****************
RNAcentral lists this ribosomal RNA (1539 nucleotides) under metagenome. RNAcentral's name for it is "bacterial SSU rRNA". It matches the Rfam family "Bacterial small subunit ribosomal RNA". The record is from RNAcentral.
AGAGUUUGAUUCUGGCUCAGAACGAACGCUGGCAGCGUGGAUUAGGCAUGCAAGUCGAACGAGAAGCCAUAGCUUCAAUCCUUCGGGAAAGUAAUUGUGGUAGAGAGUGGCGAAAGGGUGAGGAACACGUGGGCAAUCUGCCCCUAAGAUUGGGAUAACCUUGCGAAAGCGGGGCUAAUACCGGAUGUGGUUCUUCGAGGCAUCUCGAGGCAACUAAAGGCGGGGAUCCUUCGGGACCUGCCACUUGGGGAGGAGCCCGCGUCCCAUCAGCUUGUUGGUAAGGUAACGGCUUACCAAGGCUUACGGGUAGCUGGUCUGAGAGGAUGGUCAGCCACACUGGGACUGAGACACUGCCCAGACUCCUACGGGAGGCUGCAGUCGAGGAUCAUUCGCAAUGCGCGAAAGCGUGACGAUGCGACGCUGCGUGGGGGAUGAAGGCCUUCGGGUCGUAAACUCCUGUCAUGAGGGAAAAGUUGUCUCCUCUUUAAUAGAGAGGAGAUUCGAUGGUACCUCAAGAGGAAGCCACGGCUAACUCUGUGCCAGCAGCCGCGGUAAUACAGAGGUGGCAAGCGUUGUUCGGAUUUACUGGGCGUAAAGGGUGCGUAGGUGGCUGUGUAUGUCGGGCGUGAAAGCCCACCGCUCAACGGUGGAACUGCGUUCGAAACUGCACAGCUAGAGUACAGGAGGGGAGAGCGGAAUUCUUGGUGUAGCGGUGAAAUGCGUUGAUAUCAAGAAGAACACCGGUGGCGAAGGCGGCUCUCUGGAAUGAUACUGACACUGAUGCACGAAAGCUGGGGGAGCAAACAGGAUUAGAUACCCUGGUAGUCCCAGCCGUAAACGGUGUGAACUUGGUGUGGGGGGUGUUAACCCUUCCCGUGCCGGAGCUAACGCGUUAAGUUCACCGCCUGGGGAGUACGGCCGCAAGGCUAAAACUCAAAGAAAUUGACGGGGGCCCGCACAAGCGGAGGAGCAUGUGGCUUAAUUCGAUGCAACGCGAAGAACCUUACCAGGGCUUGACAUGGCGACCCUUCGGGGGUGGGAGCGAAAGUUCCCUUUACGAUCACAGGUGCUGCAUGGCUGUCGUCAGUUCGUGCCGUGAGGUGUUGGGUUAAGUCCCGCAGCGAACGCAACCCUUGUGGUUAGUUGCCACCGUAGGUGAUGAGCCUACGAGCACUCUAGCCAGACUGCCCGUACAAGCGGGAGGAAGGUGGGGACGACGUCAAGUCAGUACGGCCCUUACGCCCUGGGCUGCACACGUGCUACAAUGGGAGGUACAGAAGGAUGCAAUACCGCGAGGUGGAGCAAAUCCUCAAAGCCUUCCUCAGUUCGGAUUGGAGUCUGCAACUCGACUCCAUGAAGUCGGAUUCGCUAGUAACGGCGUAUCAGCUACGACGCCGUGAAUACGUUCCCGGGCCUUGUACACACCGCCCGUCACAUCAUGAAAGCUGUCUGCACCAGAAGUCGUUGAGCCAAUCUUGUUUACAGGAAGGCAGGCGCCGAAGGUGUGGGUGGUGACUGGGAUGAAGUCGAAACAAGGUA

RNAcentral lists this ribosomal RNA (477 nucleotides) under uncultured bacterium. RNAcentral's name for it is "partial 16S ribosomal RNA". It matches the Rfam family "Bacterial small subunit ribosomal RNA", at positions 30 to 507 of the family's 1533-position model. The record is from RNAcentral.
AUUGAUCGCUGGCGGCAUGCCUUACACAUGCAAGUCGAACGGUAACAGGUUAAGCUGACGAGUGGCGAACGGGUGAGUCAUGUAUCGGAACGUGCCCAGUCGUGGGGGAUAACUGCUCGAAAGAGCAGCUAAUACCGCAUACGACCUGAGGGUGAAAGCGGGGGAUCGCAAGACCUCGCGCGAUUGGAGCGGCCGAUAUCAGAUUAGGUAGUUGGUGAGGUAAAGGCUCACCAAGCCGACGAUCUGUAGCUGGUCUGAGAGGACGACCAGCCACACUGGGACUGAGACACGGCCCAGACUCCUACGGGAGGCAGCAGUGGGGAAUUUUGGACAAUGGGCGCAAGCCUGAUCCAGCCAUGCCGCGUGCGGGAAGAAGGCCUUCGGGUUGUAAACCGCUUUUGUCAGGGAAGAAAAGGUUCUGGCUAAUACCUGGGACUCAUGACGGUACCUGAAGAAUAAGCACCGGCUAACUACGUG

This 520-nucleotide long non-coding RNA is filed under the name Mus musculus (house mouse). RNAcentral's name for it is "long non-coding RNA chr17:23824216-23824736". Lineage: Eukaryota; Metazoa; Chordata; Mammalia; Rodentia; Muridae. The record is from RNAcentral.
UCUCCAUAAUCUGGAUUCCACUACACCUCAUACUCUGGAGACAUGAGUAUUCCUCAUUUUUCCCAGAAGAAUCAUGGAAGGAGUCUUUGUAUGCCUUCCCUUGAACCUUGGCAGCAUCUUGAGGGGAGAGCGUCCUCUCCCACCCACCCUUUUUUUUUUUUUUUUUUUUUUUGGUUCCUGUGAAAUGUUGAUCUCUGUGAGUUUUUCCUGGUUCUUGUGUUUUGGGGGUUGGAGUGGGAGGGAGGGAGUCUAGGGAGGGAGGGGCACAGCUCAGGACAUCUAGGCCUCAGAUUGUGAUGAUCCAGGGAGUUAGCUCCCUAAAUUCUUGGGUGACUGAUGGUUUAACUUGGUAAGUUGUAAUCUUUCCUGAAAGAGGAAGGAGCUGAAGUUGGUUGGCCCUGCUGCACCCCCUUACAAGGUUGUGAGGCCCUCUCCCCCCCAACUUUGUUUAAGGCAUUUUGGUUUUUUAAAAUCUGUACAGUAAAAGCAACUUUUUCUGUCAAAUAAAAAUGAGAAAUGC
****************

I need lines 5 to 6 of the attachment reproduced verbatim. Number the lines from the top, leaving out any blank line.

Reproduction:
This 520-nucleotide long non-coding RNA is filed under the name Mus musculus (house mouse). RNAcentral's name for it is "long non-coding RNA chr17:23824216-23824736". Lineage: Eukaryota; Metazoa; Chordata; Mammalia; Rodentia; Muridae. The record is from RNAcentral.
UCUCCAUAAUCUGGAUUCCACUACACCUCAUACUCUGGAGACAUGAGUAUUCCUCAUUUUUCCCAGAAGAAUCAUGGAAGGAGUCUUUGUAUGCCUUCCCUUGAACCUUGGCAGCAUCUUGAGGGGAGAGCGUCCUCUCCCACCCACCCUUUUUUUUUUUUUUUUUUUUUUUGGUUCCUGUGAAAUGUUGAUCUCUGUGAGUUUUUCCUGGUUCUUGUGUUUUGGGGGUUGGAGUGGGAGGGAGGGAGUCUAGGGAGGGAGGGGCACAGCUCAGGACAUCUAGGCCUCAGAUUGUGAUGAUCCAGGGAGUUAGCUCCCUAAAUUCUUGGGUGACUGAUGGUUUAACUUGGUAAGUUGUAAUCUUUCCUGAAAGAGGAAGGAGCUGAAGUUGGUUGGCCCUGCUGCACCCCCUUACAAGGUUGUGAGGCCCUCUCCCCCCCAACUUUGUUUAAGGCAUUUUGGUUUUUUAAAAUCUGUACAGUAAAAGCAACUUUUUCUGUCAAAUAAAAAUGAGAAAUGC